“Wisconsin would come in buses upon buses and make a sea of red,” he said. “Then as a group of kids, if you were ten years old or something, you had your rat pack and you’d try to get in there and incite the Wisconsin fans a little bit.”
McNeill and his rink rats, along with many other South Bend kids, worshipped the Irish players of the 1970s like Bill Nyrop and Brian Walsh. Notre Dame hockey, in only its first decade, had made a huge impact not just on campus, but in the community, where the program had developed youth and high school leagues.
“You get to know the [players], it’s a big deal if they pat you on the back, they might call you by your name,” McNeill said. “There’s a lot of things that go through the years, but [Irish hockey players] are all good guys. They take the time to work with the young kids.”
But in the 1983 season, Notre Dame dropped out of the CCHA and reduced its hockey team to club status. McNeill, fresh out of St. Joseph’s High, joined the team in 1984 when it was promoted to varsity status again – but to a Division I independent.
“We would go from a trip to like Alaska over fall break and play both Alaska teams,” McNeill said. “We would go out and play Air Force Academy, but then right after that weekend we might have Dayton or Dearborn (Michigan), Lake Forest. We went to a Christmas tournament and it was a big deal for us – we got to play Yale.”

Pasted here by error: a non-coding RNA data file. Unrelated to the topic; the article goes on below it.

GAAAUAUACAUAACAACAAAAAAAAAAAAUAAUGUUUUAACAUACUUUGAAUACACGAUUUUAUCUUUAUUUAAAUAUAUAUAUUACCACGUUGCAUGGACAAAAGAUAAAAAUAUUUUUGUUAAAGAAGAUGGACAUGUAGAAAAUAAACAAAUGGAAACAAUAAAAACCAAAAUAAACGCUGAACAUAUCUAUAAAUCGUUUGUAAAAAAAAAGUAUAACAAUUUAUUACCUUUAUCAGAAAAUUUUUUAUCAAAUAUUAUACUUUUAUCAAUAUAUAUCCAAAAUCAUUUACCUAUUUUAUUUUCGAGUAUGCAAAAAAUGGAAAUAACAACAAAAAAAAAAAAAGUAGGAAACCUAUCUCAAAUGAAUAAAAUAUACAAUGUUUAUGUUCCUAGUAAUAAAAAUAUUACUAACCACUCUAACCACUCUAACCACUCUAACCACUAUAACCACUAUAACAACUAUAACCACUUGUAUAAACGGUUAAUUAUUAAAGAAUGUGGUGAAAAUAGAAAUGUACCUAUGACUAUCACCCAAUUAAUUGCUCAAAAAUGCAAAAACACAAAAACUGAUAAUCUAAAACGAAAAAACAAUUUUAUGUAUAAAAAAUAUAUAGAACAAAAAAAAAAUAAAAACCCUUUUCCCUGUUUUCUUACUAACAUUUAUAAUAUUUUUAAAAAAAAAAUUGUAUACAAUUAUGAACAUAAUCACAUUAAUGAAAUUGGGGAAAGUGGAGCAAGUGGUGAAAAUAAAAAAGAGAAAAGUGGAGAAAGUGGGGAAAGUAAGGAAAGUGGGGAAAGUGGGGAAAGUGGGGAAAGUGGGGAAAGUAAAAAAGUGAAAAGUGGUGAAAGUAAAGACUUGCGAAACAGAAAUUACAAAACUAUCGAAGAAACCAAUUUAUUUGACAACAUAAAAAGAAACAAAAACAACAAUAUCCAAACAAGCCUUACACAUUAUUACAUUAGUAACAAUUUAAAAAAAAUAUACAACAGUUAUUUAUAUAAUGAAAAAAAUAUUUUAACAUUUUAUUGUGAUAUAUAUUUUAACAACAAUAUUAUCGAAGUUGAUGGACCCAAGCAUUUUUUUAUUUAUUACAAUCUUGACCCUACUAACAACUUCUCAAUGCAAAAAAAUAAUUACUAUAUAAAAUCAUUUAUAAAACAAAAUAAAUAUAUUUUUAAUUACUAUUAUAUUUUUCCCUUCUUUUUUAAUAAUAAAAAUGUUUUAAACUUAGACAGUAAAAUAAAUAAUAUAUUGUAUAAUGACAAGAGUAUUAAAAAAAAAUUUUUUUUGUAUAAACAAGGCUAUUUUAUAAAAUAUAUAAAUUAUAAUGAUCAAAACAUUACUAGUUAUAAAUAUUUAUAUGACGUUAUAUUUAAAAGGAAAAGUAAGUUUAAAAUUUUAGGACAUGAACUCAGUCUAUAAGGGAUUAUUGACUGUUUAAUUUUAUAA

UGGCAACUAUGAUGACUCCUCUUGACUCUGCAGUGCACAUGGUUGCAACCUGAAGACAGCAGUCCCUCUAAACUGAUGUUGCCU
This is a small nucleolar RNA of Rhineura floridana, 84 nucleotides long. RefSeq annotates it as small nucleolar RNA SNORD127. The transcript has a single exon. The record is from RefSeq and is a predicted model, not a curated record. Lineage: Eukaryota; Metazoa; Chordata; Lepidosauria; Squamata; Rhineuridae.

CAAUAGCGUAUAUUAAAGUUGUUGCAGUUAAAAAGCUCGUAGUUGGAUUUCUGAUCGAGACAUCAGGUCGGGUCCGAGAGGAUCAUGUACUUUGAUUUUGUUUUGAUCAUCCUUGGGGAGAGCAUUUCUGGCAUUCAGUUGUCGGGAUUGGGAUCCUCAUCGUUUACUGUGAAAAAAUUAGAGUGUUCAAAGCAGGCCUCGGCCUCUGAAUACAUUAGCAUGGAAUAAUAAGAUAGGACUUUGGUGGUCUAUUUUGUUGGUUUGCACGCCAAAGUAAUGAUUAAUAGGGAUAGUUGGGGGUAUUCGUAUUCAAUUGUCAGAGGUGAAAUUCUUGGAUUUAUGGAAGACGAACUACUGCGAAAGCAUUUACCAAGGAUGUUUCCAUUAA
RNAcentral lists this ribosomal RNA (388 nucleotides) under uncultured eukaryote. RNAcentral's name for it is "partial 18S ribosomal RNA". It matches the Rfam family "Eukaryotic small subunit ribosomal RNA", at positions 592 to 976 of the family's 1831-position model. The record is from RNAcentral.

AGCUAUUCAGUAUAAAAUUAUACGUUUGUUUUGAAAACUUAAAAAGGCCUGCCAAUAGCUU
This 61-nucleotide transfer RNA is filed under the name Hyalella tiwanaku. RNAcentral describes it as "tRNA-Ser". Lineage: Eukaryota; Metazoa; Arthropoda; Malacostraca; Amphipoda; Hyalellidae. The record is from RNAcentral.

Notre Dame didn’t rejoin the CCHA until 1992, and by that time it was being coached by Ric Shafer after Smith retired in 1987. The Irish meandered along until 1995 when former Irish All-American Dave Poulin took over on the bench.
Poulin reinvigorated the program and eventually brought Notre Dame to its first NCAA Tournament appearance in 2004, but retired from coaching in 2005.
Mark Eaton, now a defenseman for the Pittsburgh Penguins, played under Poulin from 1997-98 and chose Notre Dame for the education because he didn’t have aspirations of a pro career. He played so well under Poulin’s coaching that he made the “extremely tough” decision to chase that now-real professional path after only a year at Notre Dame.